Headlines regularly report on the changing or unmet needs of households and are often focused on costs of healthcare swamping household resources or childcare costs, forcing families to make tradeoffs that negatively influence children or society. Development of impactful educational programming and public policy necessitates an understanding of various households’ allocations of resources, specially the poor, food insecure households. In order to explore households’ relative prioritization of expenditures, a survey was conducted in this manuscript with a sample of Midwest residents (n = 1263), with the objective of evaluating the relationship between household demographics and budgeting prioritization of six expenditure categories. Individual respondent’s relative prioritization for budgeting categories was estimated using a best-worst experiment for six expenditure categories. Housing was the most important expenditure category identified for the sample. Housing also received the largest share of relative importance for two of four latent classes identified. For both low and the very low food secure households a significant and positive relationship was found between their food security status and the relative importance placed on childcare and transportation. Identification of segments of respondents with specific priorities (e.g., childcare expenditures) may aid in the development of impactful policies, particularly for at-risk populations (e.g., food insecure households).
Brown, S., Hole, A. R., & Kilic, D. (2014). Out-of-Pocket Health Care Expenditure in Turkey: Analysis of the 2003-2008 Household Budget Surveys. Economic Modeling, 41, 211-218. https://doi.org/10.1016/j.econmod.2014.05.012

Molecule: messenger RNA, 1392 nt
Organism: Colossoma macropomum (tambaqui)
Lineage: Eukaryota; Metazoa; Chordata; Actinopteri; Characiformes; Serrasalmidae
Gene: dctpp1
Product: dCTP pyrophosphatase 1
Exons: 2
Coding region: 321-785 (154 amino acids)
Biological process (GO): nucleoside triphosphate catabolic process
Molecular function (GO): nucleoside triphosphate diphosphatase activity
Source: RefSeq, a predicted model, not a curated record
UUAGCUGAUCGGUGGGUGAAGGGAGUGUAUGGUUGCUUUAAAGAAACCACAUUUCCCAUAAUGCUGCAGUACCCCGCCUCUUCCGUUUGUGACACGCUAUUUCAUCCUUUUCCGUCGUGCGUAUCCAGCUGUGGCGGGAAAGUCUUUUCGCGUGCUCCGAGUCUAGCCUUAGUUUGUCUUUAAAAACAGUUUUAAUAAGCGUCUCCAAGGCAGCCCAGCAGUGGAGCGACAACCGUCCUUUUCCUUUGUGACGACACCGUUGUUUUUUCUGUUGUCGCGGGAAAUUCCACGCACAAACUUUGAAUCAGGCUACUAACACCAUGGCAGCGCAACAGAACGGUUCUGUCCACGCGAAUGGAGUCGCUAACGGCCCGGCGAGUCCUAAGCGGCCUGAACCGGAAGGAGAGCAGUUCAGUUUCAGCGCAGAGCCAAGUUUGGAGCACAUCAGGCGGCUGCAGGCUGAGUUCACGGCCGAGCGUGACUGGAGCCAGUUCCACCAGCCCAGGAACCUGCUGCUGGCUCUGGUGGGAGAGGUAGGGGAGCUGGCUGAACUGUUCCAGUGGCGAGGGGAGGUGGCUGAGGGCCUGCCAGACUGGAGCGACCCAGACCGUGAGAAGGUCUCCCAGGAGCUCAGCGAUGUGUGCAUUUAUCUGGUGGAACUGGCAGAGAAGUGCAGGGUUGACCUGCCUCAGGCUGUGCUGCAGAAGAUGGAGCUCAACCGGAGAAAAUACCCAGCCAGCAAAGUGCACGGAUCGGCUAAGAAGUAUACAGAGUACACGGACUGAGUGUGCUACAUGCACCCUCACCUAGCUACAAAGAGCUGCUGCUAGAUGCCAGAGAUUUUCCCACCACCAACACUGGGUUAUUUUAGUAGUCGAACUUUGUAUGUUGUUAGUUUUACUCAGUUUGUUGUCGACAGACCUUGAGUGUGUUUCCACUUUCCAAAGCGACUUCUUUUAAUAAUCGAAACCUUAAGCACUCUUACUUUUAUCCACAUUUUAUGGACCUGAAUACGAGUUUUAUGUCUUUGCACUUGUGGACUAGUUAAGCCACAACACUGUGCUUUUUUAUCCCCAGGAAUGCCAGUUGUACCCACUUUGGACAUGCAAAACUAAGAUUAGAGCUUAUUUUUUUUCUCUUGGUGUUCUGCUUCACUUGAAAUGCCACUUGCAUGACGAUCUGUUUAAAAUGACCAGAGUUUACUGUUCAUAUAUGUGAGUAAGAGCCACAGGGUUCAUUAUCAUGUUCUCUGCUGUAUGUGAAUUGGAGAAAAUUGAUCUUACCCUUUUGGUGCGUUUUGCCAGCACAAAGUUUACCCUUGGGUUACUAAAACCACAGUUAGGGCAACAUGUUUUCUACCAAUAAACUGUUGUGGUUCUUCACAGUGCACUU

Ferdous, N., Abdul, R. P., Chandra, R. B., & Ram, M. P. (2010). A Comprehensive Analysis of Household Transportation Expenditures Relative to Other Goods and Services: An Application to United Sates Consumer Expenditure Data. Berlin: Springer Science and Business Media.
Kalwij, A., & Salverda, W. (2007). The Effects of Changes in Household Demographics and Employment on Consumer Demand Patterns. Applied Economics, 39, 1447-1460. https://doi.org/10.1080/00036840500474256
McGarth, M. (2016). 63% of Americans Don’t Have Enough Savings to Cover a $500 Emergency. Forbes. https://www.forbes.com/forbes/welcome/?toURL=https://www.forbes.com/sites/maggiemcgrath /2016/01/06/63-of-americans-dont-have-enough-savings-to-cover-a-500-emergency/ &refURL=&referrer=#5e50e9c34e0d
Morgan, C. J., Dominick, S. R., Widmar, N. J. O., Yeager, E. A., & Croney, C. C. (2016). Perceptions of Corporate Social Responsibility of Prominent Fast Food Establishments by University Students. Journal of Food Distribution Research, 47, 3.
PEW Charitable Trusts (2015). The Role of Emergency Savings in Family Financial Security How Do Families Cope with Financial Shocks? The PEW Charitable Trusts: Briefs. http://www.pewtrusts.org/en/research-and-analysis/issue-briefs/2015/10/the-role-of-emergency-savings-in-family-financial-security-how-do-families
Pollack, E. C., Griffin, B. A., & Lynch, J. (2013). Housing Affordability and Health among Homeowners and Renters. American Journal of Preventive Medicine, 39, 515-521. https://doi.org/10.1016/j.amepre.2010.08.002
Siegel, C. (2013). Why Didn’t They Teach Me This in School? 99 Personal Money Management Principles to Live By. Simple Strategic Solutions LLC. CreateSpace Independent Publishing Platform. South Carolina.
USDA ERS (2012). U.S. Household Food Security Survey Module: Three-Stage Design, with Screeners. https://www.ers.usda.gov/topics/food-nutrition-assistance/food-security-in-the-us/survey-tools/#household